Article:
In my last article, I explained why I don’t see any benefit in moving beyond the term “requirements” when describing the key activities performed by a business analyst. My point was that business requirements and solution requirements represent the logical progression toward establishing a solution for an identified business need. This article from Practical Analyst illustrates with a diagram such progression from problem definition to solution definition, in which the business analyst takes an active role focused on moving from an ambiguous description of a problem to establishing the scope and the requirements of its optimal solution.
Today I’m heading to the opposite direction, discussing terms frequently used in the literature I don’t particularly like to use to describe the BA work: requirements gathering, capture, elicitation, and trawling.
For a period, “requirements gathering” was the term commonly used to describe the task of identifying requirements. Arguing that defining requirements is more than simply assembling them together, many authors opted to use the expression “requirements elicitation” instead. “Elicitation” is also the term adopted by the BABOK, which provides the following definitions for the verb elicit:
1. to draw forth or bring out (something latent or potential)
2. to call forth or draw out (as information or a response)
It’s common to see specialists disagreeing with the use of words like gather, capture and elicit to describe the process of looking for requirements, claiming that these words assume that the requirements already exist, even if in a concealed or latent manner, and simply need to be exposed. Robertson and Robertson, the authors of Mastering the Requirements Process, proposed the term “trawling”, using the analogy of fishing, “running a net” through the organization to “trap” as many requirements as possible.
Even though now favored by writers such as Mike Cohn, author of User Stories Applied: For Agile Software Requirements, to me the verb “trawl” is even less ideal than “elicit”, as it suffers from the same problem associated with “gather”: it presumes that the requirements are out there, in the solution space, waiting to be captured.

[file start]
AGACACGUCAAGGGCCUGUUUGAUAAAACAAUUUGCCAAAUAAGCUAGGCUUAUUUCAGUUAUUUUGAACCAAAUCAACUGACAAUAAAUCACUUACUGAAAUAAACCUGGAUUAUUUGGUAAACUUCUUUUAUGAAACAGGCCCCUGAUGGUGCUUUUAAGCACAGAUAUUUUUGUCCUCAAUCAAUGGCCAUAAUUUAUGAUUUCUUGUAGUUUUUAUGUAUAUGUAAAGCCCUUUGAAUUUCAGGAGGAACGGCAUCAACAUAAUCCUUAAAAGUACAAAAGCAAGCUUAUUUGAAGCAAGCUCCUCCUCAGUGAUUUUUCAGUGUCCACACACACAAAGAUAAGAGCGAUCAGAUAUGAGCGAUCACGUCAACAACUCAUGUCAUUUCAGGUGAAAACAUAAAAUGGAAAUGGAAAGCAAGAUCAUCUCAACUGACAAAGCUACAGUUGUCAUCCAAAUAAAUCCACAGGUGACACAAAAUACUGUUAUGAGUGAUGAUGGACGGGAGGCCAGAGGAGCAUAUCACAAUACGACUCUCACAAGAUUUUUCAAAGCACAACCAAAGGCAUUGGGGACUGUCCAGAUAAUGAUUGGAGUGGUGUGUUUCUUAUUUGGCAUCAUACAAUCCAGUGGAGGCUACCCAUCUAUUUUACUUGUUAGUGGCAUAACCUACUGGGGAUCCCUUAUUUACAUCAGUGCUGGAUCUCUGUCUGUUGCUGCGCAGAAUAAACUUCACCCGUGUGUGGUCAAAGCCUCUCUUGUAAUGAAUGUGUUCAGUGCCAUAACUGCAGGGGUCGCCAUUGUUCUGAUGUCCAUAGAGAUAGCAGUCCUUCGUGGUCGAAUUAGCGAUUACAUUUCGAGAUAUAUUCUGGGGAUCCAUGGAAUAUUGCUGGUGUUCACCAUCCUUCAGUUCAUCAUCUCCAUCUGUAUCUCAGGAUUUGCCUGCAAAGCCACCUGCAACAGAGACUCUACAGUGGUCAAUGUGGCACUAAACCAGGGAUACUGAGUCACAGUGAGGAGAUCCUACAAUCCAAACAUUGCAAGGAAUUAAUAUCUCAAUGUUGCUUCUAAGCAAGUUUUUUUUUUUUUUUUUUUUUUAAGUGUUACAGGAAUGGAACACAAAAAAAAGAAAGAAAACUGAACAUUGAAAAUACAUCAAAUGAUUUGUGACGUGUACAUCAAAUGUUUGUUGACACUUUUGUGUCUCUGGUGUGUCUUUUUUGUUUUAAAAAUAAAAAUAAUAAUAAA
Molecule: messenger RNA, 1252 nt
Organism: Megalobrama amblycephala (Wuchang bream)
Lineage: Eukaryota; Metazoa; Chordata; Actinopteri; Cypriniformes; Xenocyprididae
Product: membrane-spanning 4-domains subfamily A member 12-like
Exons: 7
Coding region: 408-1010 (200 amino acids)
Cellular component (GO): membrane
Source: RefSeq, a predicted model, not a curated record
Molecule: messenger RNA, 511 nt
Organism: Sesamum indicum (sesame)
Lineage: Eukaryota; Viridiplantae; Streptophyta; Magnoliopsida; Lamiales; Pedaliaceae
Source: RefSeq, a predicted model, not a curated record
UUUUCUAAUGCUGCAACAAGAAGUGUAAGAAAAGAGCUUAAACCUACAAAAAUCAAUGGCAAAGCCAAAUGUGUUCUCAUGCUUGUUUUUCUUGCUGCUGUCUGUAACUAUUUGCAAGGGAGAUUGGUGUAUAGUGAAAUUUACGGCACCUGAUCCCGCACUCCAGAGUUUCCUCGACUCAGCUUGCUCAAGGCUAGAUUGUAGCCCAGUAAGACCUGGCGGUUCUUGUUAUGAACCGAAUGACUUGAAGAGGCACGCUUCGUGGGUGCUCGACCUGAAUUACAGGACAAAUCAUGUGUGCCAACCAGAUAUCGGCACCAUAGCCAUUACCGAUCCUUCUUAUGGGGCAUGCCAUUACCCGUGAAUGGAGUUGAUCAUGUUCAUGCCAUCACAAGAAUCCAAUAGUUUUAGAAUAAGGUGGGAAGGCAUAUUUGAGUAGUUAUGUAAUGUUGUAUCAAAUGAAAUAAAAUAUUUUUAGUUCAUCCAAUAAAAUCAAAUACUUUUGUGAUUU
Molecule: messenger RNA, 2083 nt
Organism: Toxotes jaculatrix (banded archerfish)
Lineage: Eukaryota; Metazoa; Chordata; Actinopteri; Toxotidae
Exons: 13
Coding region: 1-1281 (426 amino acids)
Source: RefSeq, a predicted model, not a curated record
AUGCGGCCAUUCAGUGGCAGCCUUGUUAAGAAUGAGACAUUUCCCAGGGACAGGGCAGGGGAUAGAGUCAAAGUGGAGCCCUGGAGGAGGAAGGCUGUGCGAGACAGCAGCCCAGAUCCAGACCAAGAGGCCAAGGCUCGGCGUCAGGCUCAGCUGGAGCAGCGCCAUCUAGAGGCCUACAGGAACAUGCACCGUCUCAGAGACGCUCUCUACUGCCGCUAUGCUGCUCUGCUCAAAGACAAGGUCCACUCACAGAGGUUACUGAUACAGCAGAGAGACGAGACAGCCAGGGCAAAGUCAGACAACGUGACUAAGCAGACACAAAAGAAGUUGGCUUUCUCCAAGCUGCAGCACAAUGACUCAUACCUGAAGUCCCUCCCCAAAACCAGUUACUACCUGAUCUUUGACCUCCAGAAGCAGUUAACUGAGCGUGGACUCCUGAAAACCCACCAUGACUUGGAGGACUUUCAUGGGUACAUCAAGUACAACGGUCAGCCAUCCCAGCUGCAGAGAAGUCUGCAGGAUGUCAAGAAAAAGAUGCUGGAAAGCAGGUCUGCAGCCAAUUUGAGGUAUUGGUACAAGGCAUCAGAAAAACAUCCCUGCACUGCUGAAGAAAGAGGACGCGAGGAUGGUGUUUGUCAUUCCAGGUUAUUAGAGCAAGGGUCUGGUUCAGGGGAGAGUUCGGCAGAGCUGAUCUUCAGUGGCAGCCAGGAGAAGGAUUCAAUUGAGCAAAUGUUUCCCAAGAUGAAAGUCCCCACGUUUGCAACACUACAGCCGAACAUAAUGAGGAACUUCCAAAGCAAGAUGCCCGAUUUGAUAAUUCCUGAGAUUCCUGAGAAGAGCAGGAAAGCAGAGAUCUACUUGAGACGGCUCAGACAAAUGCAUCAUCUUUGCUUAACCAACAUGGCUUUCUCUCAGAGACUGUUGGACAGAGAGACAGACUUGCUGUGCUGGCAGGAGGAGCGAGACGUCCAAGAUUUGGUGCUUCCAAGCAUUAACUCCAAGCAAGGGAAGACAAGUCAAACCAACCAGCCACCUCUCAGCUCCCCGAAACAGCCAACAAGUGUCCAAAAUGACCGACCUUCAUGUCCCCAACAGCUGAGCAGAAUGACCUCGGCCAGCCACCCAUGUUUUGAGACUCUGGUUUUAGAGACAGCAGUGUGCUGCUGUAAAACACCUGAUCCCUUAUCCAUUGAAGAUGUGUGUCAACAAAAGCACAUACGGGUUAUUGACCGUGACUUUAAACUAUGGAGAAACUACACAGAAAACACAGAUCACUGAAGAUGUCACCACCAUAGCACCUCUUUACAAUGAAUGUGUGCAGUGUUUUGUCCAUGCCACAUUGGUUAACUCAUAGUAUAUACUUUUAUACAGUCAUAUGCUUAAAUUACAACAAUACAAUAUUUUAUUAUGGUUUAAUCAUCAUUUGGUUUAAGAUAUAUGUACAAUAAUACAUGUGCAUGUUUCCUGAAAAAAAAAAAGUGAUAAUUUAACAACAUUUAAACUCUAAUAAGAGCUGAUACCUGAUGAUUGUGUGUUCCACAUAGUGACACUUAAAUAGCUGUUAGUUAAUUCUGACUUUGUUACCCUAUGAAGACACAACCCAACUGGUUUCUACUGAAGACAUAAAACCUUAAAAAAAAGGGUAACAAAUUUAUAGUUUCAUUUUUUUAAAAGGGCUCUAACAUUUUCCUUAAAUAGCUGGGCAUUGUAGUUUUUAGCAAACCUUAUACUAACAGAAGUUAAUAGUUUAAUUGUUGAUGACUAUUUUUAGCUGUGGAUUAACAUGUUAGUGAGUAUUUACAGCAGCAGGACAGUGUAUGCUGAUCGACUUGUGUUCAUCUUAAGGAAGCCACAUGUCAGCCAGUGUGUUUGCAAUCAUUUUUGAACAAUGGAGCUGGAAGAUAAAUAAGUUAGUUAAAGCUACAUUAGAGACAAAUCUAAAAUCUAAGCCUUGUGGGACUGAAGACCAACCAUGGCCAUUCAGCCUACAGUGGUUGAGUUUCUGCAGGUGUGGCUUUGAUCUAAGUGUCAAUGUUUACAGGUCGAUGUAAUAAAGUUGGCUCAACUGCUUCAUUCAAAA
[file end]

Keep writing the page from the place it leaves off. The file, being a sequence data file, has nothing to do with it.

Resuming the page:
Admittedly, the words elicit and trawl have positive attributes. The former has the advantage of highlighting the need to actively engage the stakeholders in defining requirements. The latter provides a useful metaphor that emphasizes the fact that skill is an important factor in identifying requirements (like a person who fishes by trawling, an unskilled requirements trawler may waste time and miss requirements looking for them in the wrong places, or using the wrong techniques).
Both become unsatisfactory, though, when we think in terms of conscious, unconscious and undreamed of requirements.
Conscious requirements are those which one or more stakeholders are aware of, and probably part of the reason for building the solution in the first place. There are other requirements, however, referred to as unconscious and/or undreamed of requirements, that may remain forgotten, overlooked, or simply unimagined until stakeholders start to use the system and experience the need–unless a skilled business analyst is successful in identifying them during the requirements process.
Which term, then, would be more appropriate to describe the tasks performed by business analysts to define requirements? What we are looking for is a term that can be used to describe the process of not only eliciting conscious requirements, but also figuring out the unconscious and undreamed of ones.
“Requirements elicitation” is a term that could fit the bill, if interpreted in the sense that some requirements being elicited may be, indeed, “something potential”, as mentioned in the definition of the word elicit. It seems to me that the dislike for the expression “requirements elicitation” comes from the fact it is not easily associated with devising requirements that are possible but not yet in existence–the unconscious or undreamed of requirements.
I would be interested in the suggestions others may have, but the word I have been favoring recently is discover, for which the Webster Dictionary has the following definitions:
1. to make known or visible
2. to obtain sight or knowledge of for the first time
While the first description is similar to the ones associated with word elicit, the second, “to obtain sight or knowledge of for the first time”, helps clarify an important dimension of the requirements definition process: identifying requirements that may need to be invented, formed in the mind by new combinations or applications of ideas or principles, or devised through the use of investigation, imagination or ingenuous thinking. Seen in this light, the word discovery presents a more comprehensive view of the requirements process, emphasizing how such process typically demands from the analyst more than simply “bringing out”, “making known”, or “capturing” requirements.
What do you think? Are you comfortable with the expression “requirements elicitation” or “trawling for requirements”, or do you also believe that there must be a better term to describe the key task of defining requirements?